Qualtrics IPO | S-1 Breakdown
Qualtrics, the leader in Experience Management software, filed for a $200M IPO (placeholder amount). The company plans to trade on the Nasdaq under the symbol “XM” and Morgan Stanley is leading the IPO. Qualtrics says they have created a new category of software that “enables organizations to succeed in today’s experience economy” and their mission is to “help organizations deliver the experiences that turn their customers into fanatics, employees into ambassadors, brands into religions, and products into obsessions.” The company’s solution helps organizations to measure, prioritize, and optimize the experiences they provide to customers, employees, and other constituencies and do this across 4 main areas: customer experience, employee experience, brand experience, and product experience. The company’s XM Platform is used by over 9,000 customers across 100+ countries globally and ~50 million distinct responses are generated each month in the product. Qualtrics is based in Provo, UT and has 1,915 full-time employees. The company was founded in 2002.
Company Timeline Output
Qualtrics says they have created the first experience management platform to manage customer, employee, brand, and product experiences all wrapped in their XM (Experience Management) Platform. Prior to March 2017, the company did not have a solution for brand or product experience, so those solutions are likely smaller in revenue, although the company does not break them out. The main elements include:
- Research Core: A collection of research tools to build and distribute data collection systems, aggregate and analyze data, build reports, and draw insights.
- Customer Experience (CX): Enables understanding of customer sentiment throughout every customer journey allowing organizations to monitor, measure, and take action in experience gaps.
- Employee Experience (EX): Allows managers and employees to identify gaps in the employee experience from recruiting and onboarding to performance management in order to improve employee engagement, raise productivity, and limit attrition.
- Brand Experience (BX): Identifies key drivers of brand perception, including psychographic information, marketing effectiveness, and competitive positioning.
- Product Experience (PX): Facilitates the aggregation and analysis of feedback to identify and isolate the features and experiences that drive product differentiation and quality and permit more informed pricing and packaging decisions.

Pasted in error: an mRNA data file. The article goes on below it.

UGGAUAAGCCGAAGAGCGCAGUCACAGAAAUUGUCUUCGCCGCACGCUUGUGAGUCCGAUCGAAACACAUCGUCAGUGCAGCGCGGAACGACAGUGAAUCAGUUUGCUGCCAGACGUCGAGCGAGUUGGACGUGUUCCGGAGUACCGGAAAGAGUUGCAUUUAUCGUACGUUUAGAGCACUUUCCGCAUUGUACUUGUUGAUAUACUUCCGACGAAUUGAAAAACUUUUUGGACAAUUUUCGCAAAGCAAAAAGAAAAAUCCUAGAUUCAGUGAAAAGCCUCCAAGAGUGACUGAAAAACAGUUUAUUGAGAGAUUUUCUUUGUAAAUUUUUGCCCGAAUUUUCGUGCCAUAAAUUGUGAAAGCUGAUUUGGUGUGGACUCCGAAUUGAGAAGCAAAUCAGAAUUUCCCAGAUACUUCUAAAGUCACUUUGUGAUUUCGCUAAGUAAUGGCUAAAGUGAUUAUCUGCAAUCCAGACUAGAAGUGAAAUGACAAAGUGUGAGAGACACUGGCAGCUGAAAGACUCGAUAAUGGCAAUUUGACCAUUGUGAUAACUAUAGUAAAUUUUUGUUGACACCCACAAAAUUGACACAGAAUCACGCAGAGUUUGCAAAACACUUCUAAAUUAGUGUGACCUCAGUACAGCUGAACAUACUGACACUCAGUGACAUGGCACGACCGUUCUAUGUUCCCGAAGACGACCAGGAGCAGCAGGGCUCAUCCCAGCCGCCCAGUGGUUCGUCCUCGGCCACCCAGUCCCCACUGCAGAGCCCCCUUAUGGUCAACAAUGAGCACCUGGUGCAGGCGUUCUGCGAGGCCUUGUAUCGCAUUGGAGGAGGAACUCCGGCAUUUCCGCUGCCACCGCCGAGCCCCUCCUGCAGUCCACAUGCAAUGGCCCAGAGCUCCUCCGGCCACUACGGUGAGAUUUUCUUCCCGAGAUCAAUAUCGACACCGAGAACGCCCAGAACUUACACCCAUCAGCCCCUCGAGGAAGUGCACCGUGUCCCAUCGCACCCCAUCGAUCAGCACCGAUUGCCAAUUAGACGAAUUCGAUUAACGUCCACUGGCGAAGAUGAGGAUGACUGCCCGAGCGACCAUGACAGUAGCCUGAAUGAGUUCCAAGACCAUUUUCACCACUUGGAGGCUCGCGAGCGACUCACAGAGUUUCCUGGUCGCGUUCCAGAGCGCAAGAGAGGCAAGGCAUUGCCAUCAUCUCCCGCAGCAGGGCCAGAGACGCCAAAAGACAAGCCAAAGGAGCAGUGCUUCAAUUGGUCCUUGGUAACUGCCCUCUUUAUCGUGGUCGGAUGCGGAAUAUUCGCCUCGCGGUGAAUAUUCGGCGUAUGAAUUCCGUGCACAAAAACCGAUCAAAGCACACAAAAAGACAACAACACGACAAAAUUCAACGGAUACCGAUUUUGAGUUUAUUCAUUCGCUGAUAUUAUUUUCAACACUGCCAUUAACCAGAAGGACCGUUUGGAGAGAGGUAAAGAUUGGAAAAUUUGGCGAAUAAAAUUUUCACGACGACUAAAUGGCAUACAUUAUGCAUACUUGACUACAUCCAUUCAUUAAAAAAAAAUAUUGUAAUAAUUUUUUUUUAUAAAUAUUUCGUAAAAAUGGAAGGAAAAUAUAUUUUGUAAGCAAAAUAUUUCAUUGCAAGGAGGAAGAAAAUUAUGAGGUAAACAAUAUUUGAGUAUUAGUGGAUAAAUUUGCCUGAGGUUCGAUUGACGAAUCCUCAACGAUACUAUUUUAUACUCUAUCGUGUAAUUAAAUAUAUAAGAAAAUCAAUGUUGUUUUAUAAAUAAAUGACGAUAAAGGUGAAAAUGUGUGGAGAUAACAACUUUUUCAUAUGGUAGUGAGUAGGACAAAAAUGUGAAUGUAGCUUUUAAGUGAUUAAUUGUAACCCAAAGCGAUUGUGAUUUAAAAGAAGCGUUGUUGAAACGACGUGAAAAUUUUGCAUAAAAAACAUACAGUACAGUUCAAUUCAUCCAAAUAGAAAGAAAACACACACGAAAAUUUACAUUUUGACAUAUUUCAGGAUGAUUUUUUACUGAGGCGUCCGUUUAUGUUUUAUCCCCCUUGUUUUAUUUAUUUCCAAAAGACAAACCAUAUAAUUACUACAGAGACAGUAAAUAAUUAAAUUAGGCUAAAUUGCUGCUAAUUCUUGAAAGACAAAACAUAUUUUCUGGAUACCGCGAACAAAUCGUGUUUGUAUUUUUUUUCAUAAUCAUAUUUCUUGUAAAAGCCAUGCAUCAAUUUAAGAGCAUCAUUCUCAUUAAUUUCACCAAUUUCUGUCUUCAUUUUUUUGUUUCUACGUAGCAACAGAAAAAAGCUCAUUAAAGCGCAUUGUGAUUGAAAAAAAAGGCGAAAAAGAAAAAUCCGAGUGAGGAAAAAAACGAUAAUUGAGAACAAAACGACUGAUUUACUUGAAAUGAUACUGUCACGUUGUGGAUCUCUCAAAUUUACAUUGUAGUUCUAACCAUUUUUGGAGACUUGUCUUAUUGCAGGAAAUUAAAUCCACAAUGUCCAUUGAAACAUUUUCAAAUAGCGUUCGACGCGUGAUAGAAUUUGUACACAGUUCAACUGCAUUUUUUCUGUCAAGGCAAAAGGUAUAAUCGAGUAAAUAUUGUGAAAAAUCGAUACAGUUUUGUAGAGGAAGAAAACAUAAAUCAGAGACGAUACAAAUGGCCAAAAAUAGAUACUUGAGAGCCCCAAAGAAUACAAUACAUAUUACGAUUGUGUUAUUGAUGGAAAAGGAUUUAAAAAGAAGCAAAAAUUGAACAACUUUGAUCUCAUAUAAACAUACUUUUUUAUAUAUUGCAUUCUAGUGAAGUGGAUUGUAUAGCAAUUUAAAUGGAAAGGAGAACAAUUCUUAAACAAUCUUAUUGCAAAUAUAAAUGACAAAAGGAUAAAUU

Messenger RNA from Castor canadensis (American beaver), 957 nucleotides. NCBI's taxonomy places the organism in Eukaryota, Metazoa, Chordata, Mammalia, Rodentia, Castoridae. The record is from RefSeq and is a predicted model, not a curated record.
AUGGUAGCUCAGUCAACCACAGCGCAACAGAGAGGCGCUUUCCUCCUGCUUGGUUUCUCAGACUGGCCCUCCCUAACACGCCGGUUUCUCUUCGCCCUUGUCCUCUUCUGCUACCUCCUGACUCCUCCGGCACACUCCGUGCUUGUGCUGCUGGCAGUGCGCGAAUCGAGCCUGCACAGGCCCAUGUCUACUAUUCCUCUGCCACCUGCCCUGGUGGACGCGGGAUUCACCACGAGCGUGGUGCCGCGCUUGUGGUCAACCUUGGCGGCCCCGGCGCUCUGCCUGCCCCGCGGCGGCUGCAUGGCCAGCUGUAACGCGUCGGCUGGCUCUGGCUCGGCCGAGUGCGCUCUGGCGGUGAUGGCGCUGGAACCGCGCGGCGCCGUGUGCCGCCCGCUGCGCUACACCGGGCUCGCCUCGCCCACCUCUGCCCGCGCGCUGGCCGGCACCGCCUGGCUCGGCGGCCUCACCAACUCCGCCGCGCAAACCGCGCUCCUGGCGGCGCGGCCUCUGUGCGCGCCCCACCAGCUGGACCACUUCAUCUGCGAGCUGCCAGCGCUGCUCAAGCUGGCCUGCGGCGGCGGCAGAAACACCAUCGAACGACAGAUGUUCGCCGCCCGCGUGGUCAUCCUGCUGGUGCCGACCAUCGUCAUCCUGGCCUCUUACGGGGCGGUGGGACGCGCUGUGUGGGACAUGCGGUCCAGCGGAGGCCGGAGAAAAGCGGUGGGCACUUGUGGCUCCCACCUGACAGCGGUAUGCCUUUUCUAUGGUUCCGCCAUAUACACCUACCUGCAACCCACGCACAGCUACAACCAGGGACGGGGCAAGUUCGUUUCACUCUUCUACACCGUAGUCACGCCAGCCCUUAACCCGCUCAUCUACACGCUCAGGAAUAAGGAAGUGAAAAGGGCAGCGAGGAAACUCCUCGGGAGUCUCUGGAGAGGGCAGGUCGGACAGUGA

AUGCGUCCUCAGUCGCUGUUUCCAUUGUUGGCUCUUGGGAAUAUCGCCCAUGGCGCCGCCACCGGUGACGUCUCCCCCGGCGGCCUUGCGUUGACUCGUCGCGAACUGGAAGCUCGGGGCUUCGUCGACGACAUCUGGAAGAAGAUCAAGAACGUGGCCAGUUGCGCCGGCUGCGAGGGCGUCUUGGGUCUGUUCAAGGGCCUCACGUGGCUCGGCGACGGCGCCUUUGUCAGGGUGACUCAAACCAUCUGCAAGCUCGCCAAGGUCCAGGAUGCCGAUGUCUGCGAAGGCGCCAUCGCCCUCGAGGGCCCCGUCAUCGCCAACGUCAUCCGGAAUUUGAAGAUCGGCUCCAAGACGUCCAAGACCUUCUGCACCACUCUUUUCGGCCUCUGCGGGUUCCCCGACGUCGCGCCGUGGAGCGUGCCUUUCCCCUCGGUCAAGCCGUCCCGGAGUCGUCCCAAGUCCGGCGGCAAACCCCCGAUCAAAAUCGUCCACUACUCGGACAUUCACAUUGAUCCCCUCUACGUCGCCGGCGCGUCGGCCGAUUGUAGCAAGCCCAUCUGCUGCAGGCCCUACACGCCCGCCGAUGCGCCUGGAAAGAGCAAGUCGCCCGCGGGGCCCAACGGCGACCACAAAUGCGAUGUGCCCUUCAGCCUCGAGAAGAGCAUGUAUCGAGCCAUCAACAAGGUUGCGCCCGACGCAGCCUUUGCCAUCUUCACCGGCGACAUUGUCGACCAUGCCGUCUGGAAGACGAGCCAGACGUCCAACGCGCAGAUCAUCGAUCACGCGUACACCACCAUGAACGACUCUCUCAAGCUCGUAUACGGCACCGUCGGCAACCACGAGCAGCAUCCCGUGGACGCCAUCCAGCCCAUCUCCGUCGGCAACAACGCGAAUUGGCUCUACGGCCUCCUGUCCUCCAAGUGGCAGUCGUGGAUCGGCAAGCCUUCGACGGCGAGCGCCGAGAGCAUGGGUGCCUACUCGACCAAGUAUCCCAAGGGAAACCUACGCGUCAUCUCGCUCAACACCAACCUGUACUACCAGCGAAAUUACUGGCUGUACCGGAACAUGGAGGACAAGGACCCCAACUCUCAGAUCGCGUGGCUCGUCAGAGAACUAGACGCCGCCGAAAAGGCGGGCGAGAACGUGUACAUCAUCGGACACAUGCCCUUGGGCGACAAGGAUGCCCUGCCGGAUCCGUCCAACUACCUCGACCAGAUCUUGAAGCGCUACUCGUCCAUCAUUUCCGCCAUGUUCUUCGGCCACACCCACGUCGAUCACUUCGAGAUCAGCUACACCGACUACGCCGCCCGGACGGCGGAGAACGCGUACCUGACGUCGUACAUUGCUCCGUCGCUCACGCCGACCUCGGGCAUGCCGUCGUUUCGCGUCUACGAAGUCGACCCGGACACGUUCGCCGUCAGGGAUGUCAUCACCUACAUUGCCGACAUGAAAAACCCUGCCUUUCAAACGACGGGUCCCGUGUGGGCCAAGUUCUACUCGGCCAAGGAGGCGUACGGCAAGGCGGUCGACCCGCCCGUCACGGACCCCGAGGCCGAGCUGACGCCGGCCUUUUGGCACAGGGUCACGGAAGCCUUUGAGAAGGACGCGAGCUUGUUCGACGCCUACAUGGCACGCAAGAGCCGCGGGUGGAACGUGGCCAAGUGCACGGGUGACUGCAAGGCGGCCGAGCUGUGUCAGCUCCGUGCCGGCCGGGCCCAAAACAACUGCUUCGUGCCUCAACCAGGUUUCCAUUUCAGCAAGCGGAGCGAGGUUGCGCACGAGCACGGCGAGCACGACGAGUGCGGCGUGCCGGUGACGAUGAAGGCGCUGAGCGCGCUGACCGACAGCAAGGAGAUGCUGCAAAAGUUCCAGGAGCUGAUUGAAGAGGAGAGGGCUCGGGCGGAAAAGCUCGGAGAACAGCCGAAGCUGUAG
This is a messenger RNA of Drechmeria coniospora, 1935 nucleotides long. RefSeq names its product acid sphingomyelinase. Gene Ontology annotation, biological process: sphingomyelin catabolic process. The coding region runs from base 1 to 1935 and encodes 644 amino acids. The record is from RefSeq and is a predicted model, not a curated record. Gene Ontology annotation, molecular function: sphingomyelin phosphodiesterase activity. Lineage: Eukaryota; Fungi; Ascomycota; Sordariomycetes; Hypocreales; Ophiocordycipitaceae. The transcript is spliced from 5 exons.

- Research on Demand: Software-led market intelligence where customers can get responses from curated respondents.
- iQ: All solutions are powered by their predictive intelligence engine, iQ. It includes iQ Directory (contains all experience data collected over time), Text iQ (natural language processing / NLP to analyze unstructured and text data), Stats iQ (statistical analysis of experience data), and Driver iQ (uses financial impact and regression analyses to recommend organizational improvements that drive the highest ROI).
Qualtrics also has API integrations into leading enterprise applications like Adobe Analytics, Marketo, Microsoft Dynamics, Salesforce, Slack, Tableau, and Zendesk. Users can configure workflows in Qualtrics Actions that automatically trigger events and send emails, create tickets, or ping any third party service for immediate action.
Below is an illustration of the Qualtrics product:
Summary Metrics and GTM
Qualtrics is growing quickly and efficiently. All the primary capital the company has raised to date is still on their balance sheet and Qualtrics has been cash flow positive every year since their inception. The company did $289.9M of revenue in CY’17, up 52% YoY and did $184.2M in the first 6 months of 2018, up 40% YoY. ~75% of revenue is subscription-based and as of last quarter, Qualtrics was at $288.1M of implied ARR (quarterly subscription revenue * 4), growing 42% YoY. The company was slightly profitable last quarter, with a 1% GAAP earnings margin and in the first 6 months of 2018 they had a 17% FCF margin. Research on Demand comprised 19% of total revenue last quarter and Professional services and other made up 7% of total revenue last quarter. Below are a few other stats about the business from their S-1: